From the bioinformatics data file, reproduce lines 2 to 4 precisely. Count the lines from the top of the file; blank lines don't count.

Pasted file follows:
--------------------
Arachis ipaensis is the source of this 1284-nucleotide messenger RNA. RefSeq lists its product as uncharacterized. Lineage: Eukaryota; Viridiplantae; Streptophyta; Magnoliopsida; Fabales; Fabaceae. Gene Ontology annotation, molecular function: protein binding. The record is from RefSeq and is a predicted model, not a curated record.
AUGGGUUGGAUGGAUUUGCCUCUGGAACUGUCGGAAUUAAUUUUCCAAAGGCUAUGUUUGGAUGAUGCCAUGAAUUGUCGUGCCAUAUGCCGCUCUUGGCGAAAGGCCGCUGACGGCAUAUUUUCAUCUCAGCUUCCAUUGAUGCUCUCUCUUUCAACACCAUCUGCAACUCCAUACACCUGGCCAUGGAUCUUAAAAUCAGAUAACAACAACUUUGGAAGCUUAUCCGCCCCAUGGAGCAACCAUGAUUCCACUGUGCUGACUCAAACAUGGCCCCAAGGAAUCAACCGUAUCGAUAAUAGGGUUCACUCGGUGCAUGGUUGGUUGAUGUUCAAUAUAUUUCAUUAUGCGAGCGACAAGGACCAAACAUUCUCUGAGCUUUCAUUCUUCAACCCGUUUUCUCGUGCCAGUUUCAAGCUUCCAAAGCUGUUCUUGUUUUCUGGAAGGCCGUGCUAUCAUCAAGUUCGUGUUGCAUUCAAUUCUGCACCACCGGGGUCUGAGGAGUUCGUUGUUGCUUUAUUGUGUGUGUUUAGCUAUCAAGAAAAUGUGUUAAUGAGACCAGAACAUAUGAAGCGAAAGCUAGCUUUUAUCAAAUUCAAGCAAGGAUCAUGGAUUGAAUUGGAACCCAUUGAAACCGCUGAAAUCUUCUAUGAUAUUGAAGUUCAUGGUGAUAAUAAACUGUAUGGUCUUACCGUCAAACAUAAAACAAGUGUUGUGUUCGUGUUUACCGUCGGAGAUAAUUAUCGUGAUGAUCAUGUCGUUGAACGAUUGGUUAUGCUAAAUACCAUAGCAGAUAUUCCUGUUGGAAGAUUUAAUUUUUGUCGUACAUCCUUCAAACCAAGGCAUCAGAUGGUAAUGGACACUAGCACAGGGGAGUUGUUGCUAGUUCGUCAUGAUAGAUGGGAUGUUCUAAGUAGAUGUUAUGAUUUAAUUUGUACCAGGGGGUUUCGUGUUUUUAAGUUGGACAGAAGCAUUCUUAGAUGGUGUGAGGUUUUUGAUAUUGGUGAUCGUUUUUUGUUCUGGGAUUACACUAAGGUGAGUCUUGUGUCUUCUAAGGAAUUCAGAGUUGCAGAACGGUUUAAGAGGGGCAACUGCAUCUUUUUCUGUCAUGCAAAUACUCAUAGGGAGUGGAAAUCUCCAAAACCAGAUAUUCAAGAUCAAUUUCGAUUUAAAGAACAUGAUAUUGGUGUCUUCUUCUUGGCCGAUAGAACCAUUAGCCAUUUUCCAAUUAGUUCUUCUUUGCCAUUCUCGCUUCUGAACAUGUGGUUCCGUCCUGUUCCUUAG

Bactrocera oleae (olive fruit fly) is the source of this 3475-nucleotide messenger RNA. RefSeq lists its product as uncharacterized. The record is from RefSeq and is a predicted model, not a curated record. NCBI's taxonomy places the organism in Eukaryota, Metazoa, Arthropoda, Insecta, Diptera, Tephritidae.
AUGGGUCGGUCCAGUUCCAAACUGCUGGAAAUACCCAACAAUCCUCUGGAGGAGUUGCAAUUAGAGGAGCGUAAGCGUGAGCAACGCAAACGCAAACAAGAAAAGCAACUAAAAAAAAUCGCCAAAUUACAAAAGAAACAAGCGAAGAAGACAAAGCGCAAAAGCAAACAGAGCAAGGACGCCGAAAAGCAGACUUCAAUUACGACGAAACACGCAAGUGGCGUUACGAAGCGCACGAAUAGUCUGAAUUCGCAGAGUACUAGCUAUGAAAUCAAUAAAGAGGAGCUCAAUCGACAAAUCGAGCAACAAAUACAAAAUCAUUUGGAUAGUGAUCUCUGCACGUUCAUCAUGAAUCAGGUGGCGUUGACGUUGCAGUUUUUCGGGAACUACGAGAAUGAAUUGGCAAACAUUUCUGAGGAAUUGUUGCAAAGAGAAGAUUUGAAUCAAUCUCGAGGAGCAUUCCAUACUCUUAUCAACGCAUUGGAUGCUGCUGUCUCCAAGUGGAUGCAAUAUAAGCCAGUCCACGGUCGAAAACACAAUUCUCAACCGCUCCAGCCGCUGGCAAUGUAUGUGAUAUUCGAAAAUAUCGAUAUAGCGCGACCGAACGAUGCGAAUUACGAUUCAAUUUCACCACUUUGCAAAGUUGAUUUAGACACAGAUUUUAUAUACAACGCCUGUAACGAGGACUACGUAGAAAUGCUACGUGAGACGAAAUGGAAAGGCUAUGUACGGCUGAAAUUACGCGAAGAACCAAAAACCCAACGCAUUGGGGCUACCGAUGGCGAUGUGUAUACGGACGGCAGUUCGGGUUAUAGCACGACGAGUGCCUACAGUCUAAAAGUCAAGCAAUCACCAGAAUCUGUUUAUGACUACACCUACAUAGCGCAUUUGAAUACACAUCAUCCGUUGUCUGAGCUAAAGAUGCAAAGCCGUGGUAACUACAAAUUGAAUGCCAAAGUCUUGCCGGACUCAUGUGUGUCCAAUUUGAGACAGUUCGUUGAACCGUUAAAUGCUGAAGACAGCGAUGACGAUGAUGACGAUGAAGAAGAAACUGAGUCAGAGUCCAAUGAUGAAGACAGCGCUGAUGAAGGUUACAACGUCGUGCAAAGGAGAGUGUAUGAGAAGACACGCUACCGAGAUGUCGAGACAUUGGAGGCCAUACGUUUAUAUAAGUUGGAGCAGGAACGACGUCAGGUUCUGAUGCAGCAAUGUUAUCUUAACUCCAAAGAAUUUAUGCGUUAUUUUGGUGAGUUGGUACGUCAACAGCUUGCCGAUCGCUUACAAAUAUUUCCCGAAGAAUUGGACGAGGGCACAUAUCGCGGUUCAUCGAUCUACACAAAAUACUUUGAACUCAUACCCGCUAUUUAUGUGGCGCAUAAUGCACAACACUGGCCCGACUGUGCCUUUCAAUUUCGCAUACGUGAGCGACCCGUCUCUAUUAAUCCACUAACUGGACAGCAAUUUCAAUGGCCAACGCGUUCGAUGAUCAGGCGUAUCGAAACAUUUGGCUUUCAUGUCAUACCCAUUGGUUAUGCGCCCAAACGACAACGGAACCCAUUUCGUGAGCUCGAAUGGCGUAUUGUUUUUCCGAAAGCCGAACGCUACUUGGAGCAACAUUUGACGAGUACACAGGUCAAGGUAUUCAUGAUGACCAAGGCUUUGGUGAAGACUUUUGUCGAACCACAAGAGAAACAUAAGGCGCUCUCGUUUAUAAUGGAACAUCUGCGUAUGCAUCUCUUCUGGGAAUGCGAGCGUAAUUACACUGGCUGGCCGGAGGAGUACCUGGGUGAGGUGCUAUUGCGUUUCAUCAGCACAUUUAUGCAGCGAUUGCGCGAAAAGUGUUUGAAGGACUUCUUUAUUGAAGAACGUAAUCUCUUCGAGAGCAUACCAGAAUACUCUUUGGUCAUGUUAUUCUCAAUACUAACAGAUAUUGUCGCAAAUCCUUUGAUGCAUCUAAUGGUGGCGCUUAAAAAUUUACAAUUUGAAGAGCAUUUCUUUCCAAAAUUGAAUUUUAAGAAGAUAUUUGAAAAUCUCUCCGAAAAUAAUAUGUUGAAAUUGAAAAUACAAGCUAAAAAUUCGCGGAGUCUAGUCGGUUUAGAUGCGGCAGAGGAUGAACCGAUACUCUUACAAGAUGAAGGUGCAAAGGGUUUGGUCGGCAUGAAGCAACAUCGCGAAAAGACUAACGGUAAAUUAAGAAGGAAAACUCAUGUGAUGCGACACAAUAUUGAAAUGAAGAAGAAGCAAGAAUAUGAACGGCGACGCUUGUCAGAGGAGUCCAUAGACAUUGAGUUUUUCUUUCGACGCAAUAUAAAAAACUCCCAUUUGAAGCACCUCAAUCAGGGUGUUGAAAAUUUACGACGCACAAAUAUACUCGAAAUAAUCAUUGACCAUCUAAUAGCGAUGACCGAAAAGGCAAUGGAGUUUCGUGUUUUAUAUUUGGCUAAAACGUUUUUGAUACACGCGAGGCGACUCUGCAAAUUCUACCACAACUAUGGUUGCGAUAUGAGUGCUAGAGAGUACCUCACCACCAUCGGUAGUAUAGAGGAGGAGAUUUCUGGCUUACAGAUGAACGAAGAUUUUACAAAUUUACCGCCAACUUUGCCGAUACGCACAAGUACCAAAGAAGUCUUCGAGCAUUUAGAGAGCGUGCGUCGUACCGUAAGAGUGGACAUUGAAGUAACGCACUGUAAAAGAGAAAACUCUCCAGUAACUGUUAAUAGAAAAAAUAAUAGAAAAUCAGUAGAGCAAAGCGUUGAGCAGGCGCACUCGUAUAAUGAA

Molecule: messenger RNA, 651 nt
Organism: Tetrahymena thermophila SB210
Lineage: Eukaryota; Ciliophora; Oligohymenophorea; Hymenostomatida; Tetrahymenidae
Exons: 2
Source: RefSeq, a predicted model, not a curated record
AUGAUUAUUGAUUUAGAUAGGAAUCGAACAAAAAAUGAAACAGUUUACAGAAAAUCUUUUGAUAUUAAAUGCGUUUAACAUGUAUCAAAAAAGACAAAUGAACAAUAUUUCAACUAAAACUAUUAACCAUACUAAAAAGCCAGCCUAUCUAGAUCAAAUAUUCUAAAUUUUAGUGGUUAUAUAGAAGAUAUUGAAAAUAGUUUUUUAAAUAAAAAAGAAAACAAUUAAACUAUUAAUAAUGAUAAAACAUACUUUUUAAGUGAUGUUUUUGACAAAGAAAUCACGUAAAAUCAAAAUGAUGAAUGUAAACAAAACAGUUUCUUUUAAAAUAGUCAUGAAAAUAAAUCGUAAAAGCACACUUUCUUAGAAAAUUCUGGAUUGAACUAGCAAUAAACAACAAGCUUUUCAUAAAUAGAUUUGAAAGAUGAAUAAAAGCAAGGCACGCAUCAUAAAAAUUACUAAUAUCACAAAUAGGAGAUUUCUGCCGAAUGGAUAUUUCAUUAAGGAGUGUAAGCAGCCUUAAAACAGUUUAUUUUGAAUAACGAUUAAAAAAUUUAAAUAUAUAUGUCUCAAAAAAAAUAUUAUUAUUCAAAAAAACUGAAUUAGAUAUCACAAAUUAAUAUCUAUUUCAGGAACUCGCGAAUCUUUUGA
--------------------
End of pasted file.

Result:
AUGGGUUGGAUGGAUUUGCCUCUGGAACUGUCGGAAUUAAUUUUCCAAAGGCUAUGUUUGGAUGAUGCCAUGAAUUGUCGUGCCAUAUGCCGCUCUUGGCGAAAGGCCGCUGACGGCAUAUUUUCAUCUCAGCUUCCAUUGAUGCUCUCUCUUUCAACACCAUCUGCAACUCCAUACACCUGGCCAUGGAUCUUAAAAUCAGAUAACAACAACUUUGGAAGCUUAUCCGCCCCAUGGAGCAACCAUGAUUCCACUGUGCUGACUCAAACAUGGCCCCAAGGAAUCAACCGUAUCGAUAAUAGGGUUCACUCGGUGCAUGGUUGGUUGAUGUUCAAUAUAUUUCAUUAUGCGAGCGACAAGGACCAAACAUUCUCUGAGCUUUCAUUCUUCAACCCGUUUUCUCGUGCCAGUUUCAAGCUUCCAAAGCUGUUCUUGUUUUCUGGAAGGCCGUGCUAUCAUCAAGUUCGUGUUGCAUUCAAUUCUGCACCACCGGGGUCUGAGGAGUUCGUUGUUGCUUUAUUGUGUGUGUUUAGCUAUCAAGAAAAUGUGUUAAUGAGACCAGAACAUAUGAAGCGAAAGCUAGCUUUUAUCAAAUUCAAGCAAGGAUCAUGGAUUGAAUUGGAACCCAUUGAAACCGCUGAAAUCUUCUAUGAUAUUGAAGUUCAUGGUGAUAAUAAACUGUAUGGUCUUACCGUCAAACAUAAAACAAGUGUUGUGUUCGUGUUUACCGUCGGAGAUAAUUAUCGUGAUGAUCAUGUCGUUGAACGAUUGGUUAUGCUAAAUACCAUAGCAGAUAUUCCUGUUGGAAGAUUUAAUUUUUGUCGUACAUCCUUCAAACCAAGGCAUCAGAUGGUAAUGGACACUAGCACAGGGGAGUUGUUGCUAGUUCGUCAUGAUAGAUGGGAUGUUCUAAGUAGAUGUUAUGAUUUAAUUUGUACCAGGGGGUUUCGUGUUUUUAAGUUGGACAGAAGCAUUCUUAGAUGGUGUGAGGUUUUUGAUAUUGGUGAUCGUUUUUUGUUCUGGGAUUACACUAAGGUGAGUCUUGUGUCUUCUAAGGAAUUCAGAGUUGCAGAACGGUUUAAGAGGGGCAACUGCAUCUUUUUCUGUCAUGCAAAUACUCAUAGGGAGUGGAAAUCUCCAAAACCAGAUAUUCAAGAUCAAUUUCGAUUUAAAGAACAUGAUAUUGGUGUCUUCUUCUUGGCCGAUAGAACCAUUAGCCAUUUUCCAAUUAGUUCUUCUUUGCCAUUCUCGCUUCUGAACAUGUGGUUCCGUCCUGUUCCUUAG

Bactrocera oleae (olive fruit fly) is the source of this 3475-nucleotide messenger RNA. RefSeq lists its product as uncharacterized. The record is from RefSeq and is a predicted model, not a curated record. NCBI's taxonomy places the organism in Eukaryota, Metazoa, Arthropoda, Insecta, Diptera, Tephritidae.
AUGGGUCGGUCCAGUUCCAAACUGCUGGAAAUACCCAACAAUCCUCUGGAGGAGUUGCAAUUAGAGGAGCGUAAGCGUGAGCAACGCAAACGCAAACAAGAAAAGCAACUAAAAAAAAUCGCCAAAUUACAAAAGAAACAAGCGAAGAAGACAAAGCGCAAAAGCAAACAGAGCAAGGACGCCGAAAAGCAGACUUCAAUUACGACGAAACACGCAAGUGGCGUUACGAAGCGCACGAAUAGUCUGAAUUCGCAGAGUACUAGCUAUGAAAUCAAUAAAGAGGAGCUCAAUCGACAAAUCGAGCAACAAAUACAAAAUCAUUUGGAUAGUGAUCUCUGCACGUUCAUCAUGAAUCAGGUGGCGUUGACGUUGCAGUUUUUCGGGAACUACGAGAAUGAAUUGGCAAACAUUUCUGAGGAAUUGUUGCAAAGAGAAGAUUUGAAUCAAUCUCGAGGAGCAUUCCAUACUCUUAUCAACGCAUUGGAUGCUGCUGUCUCCAAGUGGAUGCAAUAUAAGCCAGUCCACGGUCGAAAACACAAUUCUCAACCGCUCCAGCCGCUGGCAAUGUAUGUGAUAUUCGAAAAUAUCGAUAUAGCGCGACCGAACGAUGCGAAUUACGAUUCAAUUUCACCACUUUGCAAAGUUGAUUUAGACACAGAUUUUAUAUACAACGCCUGUAACGAGGACUACGUAGAAAUGCUACGUGAGACGAAAUGGAAAGGCUAUGUACGGCUGAAAUUACGCGAAGAACCAAAAACCCAACGCAUUGGGGCUACCGAUGGCGAUGUGUAUACGGACGGCAGUUCGGGUUAUAGCACGACGAGUGCCUACAGUCUAAAAGUCAAGCAAUCACCAGAAUCUGUUUAUGACUACACCUACAUAGCGCAUUUGAAUACACAUCAUCCGUUGUCUGAGCUAAAGAUGCAAAGCCGUGGUAACUACAAAUUGAAUGCCAAAGUCUUGCCGGACUCAUGUGUGUCCAAUUUGAGACAGUUCGUUGAACCGUUAAAUGCUGAAGACAGCGAUGACGAUGAUGACGAUGAAGAAGAAACUGAGUCAGAGUCCAAUGAUGAAGACAGCGCUGAUGAAGGUUACAACGUCGUGCAAAGGAGAGUGUAUGAGAAGACACGCUACCGAGAUGUCGAGACAUUGGAGGCCAUACGUUUAUAUAAGUUGGAGCAGGAACGACGUCAGGUUCUGAUGCAGCAAUGUUAUCUUAACUCCAAAGAAUUUAUGCGUUAUUUUGGUGAGUUGGUACGUCAACAGCUUGCCGAUCGCUUACAAAUAUUUCCCGAAGAAUUGGACGAGGGCACAUAUCGCGGUUCAUCGAUCUACACAAAAUACUUUGAACUCAUACCCGCUAUUUAUGUGGCGCAUAAUGCACAACACUGGCCCGACUGUGCCUUUCAAUUUCGCAUACGUGAGCGACCCGUCUCUAUUAAUCCACUAACUGGACAGCAAUUUCAAUGGCCAACGCGUUCGAUGAUCAGGCGUAUCGAAACAUUUGGCUUUCAUGUCAUACCCAUUGGUUAUGCGCCCAAACGACAACGGAACCCAUUUCGUGAGCUCGAAUGGCGUAUUGUUUUUCCGAAAGCCGAACGCUACUUGGAGCAACAUUUGACGAGUACACAGGUCAAGGUAUUCAUGAUGACCAAGGCUUUGGUGAAGACUUUUGUCGAACCACAAGAGAAACAUAAGGCGCUCUCGUUUAUAAUGGAACAUCUGCGUAUGCAUCUCUUCUGGGAAUGCGAGCGUAAUUACACUGGCUGGCCGGAGGAGUACCUGGGUGAGGUGCUAUUGCGUUUCAUCAGCACAUUUAUGCAGCGAUUGCGCGAAAAGUGUUUGAAGGACUUCUUUAUUGAAGAACGUAAUCUCUUCGAGAGCAUACCAGAAUACUCUUUGGUCAUGUUAUUCUCAAUACUAACAGAUAUUGUCGCAAAUCCUUUGAUGCAUCUAAUGGUGGCGCUUAAAAAUUUACAAUUUGAAGAGCAUUUCUUUCCAAAAUUGAAUUUUAAGAAGAUAUUUGAAAAUCUCUCCGAAAAUAAUAUGUUGAAAUUGAAAAUACAAGCUAAAAAUUCGCGGAGUCUAGUCGGUUUAGAUGCGGCAGAGGAUGAACCGAUACUCUUACAAGAUGAAGGUGCAAAGGGUUUGGUCGGCAUGAAGCAACAUCGCGAAAAGACUAACGGUAAAUUAAGAAGGAAAACUCAUGUGAUGCGACACAAUAUUGAAAUGAAGAAGAAGCAAGAAUAUGAACGGCGACGCUUGUCAGAGGAGUCCAUAGACAUUGAGUUUUUCUUUCGACGCAAUAUAAAAAACUCCCAUUUGAAGCACCUCAAUCAGGGUGUUGAAAAUUUACGACGCACAAAUAUACUCGAAAUAAUCAUUGACCAUCUAAUAGCGAUGACCGAAAAGGCAAUGGAGUUUCGUGUUUUAUAUUUGGCUAAAACGUUUUUGAUACACGCGAGGCGACUCUGCAAAUUCUACCACAACUAUGGUUGCGAUAUGAGUGCUAGAGAGUACCUCACCACCAUCGGUAGUAUAGAGGAGGAGAUUUCUGGCUUACAGAUGAACGAAGAUUUUACAAAUUUACCGCCAACUUUGCCGAUACGCACAAGUACCAAAGAAGUCUUCGAGCAUUUAGAGAGCGUGCGUCGUACCGUAAGAGUGGACAUUGAAGUAACGCACUGUAAAAGAGAAAACUCUCCAGUAACUGUUAAUAGAAAAAAUAAUAGAAAAUCAGUAGAGCAAAGCGUUGAGCAGGCGCACUCGUAUAAUGAA